Living in a log cabin with no running water and electricity, artist and illustrator Rebecca Stouffer of Wild Green Onion relates well to the notion of a simple life. This theme is woven into her whimsical illustrations, where she gathers inspiration from farm life and the sweet nuances of nature. We recently interviewed Rebecca on the stories and inspiration behind her work, and were equally inspired by her simplicity and ease. Welcome, Rebecca!  

 

Tell us a little bit about yourself: What got you interested in illustration and water color?

I'm primarily a self-taught artist. Growing up, I was continually drawing or making something. I lived in the country, picked berries, explored the woods, played house, made mud pies. I loved the outdoors and all the critters who made it their home.

My sketches evolved from cartoon faces into more detailed studies of what I found during my adventures. I started experimenting with pen and ink, dipping the ink nib into the bottle of ink and using the stippling technique. Right before college, I received a watercolor pencil set of 24 colors. That was the turning point for me, when I got hooked on layering colors and watching the mystery that happened when water was added. I still have that set today, but now use 72 colors.

 

Where do you gather most of the inspiration for your work?

My inspiration still comes mostly from nature. I go for long walks. There will be a tree with twisted roots that form a burrow; a shrew running every which way across the snow; a mama snowshoe hare sitting on the well platform where we go to fetch water; the humungous toad that appears from under the woodpile. Things of my daily life give the first inspiration, and then I like to add a bit of whimsy. Like a bee having a conversation with a goat. Or a rabbit sitting next to the farmer's lettuce—and the farmer. Little things like that. There is always a story within my illustrations.

 

Do you have a favorite artist?  If so, what draws you to that person’s work?

I have two watercolor artists whom I admire, both for their talent and lifestyles: Beatrix Potter and Tasha Tudor, and the way they created their own artistic worlds with animals talking, wearing clothes, living in the past. I love how they were able to captivate the viewer and draw you in to those times of long ago, both real and imaginary.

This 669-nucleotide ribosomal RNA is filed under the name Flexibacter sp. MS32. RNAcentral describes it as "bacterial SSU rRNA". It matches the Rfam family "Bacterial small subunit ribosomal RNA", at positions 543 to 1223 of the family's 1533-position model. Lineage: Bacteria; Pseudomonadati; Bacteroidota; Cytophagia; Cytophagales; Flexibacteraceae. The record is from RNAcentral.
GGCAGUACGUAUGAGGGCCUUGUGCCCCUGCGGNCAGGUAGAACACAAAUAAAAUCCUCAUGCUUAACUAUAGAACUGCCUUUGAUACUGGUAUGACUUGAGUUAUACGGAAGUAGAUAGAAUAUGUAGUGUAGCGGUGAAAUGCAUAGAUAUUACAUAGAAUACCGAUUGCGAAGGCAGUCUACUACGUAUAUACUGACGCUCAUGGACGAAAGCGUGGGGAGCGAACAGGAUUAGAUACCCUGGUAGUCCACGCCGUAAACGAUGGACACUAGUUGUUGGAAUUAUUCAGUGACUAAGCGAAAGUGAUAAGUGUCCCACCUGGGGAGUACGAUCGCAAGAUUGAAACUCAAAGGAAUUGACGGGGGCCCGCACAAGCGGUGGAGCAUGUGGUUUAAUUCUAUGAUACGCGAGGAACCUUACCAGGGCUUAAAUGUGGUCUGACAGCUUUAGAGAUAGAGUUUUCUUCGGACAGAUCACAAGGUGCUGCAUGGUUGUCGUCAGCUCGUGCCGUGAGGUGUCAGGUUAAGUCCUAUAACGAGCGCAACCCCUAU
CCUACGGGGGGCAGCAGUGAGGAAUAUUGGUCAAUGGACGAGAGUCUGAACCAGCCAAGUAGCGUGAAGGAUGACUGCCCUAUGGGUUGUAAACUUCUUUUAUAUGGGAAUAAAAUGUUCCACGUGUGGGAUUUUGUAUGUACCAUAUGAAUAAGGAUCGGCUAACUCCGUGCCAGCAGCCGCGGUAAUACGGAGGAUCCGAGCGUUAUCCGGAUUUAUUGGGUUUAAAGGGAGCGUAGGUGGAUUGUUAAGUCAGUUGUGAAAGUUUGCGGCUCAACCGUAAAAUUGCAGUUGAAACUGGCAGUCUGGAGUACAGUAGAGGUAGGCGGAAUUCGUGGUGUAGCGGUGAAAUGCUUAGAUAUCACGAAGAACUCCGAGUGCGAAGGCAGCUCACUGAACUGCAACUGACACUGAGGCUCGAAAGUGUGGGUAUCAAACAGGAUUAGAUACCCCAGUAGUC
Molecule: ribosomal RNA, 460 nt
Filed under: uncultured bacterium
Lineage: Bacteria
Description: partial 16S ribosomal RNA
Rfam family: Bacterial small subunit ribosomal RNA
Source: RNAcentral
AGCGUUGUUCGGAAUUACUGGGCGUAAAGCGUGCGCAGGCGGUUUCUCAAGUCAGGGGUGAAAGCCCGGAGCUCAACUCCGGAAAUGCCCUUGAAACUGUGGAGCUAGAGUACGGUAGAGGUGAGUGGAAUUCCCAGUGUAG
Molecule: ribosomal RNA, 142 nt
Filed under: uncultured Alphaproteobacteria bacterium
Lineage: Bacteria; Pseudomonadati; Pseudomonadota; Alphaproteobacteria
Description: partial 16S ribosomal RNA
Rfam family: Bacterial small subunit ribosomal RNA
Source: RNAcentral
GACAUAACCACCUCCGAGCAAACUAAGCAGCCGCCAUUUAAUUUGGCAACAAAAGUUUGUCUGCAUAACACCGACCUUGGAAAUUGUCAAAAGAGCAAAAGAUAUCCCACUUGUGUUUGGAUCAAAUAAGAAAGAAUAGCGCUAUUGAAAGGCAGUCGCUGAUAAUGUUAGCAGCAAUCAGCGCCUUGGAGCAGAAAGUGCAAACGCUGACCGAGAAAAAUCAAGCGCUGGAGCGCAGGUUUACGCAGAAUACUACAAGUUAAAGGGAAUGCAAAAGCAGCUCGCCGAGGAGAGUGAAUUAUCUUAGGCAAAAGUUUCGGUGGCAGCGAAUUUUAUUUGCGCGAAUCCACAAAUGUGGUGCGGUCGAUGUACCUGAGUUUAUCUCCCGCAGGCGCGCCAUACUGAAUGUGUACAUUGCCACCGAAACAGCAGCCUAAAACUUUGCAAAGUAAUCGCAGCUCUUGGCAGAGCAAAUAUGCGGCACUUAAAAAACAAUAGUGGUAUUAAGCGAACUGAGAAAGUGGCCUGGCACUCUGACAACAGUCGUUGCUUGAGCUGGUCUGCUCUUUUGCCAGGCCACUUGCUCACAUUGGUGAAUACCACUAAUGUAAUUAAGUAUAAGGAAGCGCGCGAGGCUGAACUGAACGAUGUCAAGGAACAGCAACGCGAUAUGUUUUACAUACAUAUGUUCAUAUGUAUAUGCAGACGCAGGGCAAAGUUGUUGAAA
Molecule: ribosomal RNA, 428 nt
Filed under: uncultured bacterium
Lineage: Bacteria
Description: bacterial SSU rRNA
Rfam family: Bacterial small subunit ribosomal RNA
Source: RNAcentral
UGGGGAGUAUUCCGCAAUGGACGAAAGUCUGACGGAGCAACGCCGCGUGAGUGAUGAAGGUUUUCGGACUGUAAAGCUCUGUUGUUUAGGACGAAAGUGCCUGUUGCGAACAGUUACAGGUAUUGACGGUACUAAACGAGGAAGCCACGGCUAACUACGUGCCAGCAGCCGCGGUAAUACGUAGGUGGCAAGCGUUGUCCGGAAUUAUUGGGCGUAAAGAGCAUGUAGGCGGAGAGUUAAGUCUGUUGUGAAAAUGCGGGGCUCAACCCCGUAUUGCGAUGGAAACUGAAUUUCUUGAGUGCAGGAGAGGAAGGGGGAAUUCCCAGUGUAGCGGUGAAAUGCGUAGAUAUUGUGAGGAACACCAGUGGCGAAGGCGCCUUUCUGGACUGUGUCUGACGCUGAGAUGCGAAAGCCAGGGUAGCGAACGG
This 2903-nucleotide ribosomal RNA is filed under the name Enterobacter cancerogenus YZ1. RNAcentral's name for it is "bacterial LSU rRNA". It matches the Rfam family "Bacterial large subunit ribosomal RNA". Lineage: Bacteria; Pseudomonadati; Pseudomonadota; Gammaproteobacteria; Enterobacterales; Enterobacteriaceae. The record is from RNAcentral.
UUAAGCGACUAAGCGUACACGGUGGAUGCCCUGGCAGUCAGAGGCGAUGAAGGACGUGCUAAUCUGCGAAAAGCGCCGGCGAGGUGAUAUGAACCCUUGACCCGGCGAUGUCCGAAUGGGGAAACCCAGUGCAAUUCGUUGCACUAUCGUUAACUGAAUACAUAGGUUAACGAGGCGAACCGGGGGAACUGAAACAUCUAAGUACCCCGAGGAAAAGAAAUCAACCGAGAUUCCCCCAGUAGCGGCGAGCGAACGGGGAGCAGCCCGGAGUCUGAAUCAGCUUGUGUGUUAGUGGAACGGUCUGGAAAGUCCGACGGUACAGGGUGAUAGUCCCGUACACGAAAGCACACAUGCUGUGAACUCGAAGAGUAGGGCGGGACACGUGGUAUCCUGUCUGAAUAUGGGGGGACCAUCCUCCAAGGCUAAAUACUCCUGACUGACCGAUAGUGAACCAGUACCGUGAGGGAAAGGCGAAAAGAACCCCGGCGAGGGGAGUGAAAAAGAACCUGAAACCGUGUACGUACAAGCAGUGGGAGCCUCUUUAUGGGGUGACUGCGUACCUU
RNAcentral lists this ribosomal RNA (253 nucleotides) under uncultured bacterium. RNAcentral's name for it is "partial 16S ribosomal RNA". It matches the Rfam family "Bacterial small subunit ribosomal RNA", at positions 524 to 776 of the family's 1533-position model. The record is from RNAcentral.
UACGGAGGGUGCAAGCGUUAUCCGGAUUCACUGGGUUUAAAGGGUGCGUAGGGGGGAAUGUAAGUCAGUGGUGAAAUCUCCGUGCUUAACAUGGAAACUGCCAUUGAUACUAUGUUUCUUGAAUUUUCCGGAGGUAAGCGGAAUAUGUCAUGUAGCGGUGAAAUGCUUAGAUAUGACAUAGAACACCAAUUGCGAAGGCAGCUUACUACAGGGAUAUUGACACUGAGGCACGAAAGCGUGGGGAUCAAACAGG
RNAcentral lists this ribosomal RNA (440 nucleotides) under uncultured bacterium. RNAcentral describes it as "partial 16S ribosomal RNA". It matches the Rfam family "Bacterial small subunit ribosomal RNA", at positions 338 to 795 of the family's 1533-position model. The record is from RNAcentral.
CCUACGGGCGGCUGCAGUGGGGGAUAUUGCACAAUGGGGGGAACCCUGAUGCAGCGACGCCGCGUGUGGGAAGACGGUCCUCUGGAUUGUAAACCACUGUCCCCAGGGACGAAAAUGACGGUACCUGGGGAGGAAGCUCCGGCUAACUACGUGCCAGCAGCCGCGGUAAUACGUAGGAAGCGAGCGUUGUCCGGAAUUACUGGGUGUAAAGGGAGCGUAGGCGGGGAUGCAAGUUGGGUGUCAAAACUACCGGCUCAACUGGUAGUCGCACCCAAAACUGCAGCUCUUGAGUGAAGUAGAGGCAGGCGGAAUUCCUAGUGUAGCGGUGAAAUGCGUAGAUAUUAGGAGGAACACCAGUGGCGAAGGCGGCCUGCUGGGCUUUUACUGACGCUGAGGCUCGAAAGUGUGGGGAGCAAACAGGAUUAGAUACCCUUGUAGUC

Tasha Tudor lived her life as though it was the 19th century or earlier, which I can relate to because I'm now living in a log cabin with no running water or electricity and I use a wood-burning cookstove for heat and baking/cooking.

Both of these women were gardeners, which I can also relate to. I enjoy how gardens, animals, antiques, and lifestyle are featured in their illustrations. That’s the fun part of being an artist, I think—adding those details from your daily life into your paintings. Both of these women were independent, determined, loved life and never gave up on doing what they wanted. Very inspiring!

 

Your work reflects a true love for farm life. How did that come about?

The great thing about being an artist is even if you don't have the whole farm in real life, you can paint as though you do! Right now, I have a small flock of chickens, several gardens, a recycled greenhouse and five fruit trees planted for the orchard. I am trying to live a simpler life, which is not for everybody. I enjoy planting a garden, harvesting the vegetables, and preserving them for winter. For years, I have been planting only heirloom, open-pollinated seeds for my flower and vegetable gardens, so I can then save the seed for using the next season. No GMO's here (but that's another story).

I would like to have a couple of Nubian goats for milking, a heritage breed pig and sheep, a guard donkey, perhaps bees? One step at a time. All that to say, I hope that my artwork inspires people to grow a garden and see beauty in the simple, basic things of living. And, farm animals are just too cute and hilarious; I have to paint them!

 

What, in your opinion, is the hardest step in creating your cards?

Perhaps the hardest part in creating a card or any painting is not to overthink things. I find that my best designs are when I work quickly and just have fun in the process; otherwise, the end result will look stiff. If I allow the inner child to be free, then things go pretty well. After all, sending a card to someone is like sending a gift. You're trying to express or share a certain sentiment, and that has a lot to do with the illustration, which is why I like to mostly paint in bright colors. If someone picks up my card and smiles, then I know the final product was a success.

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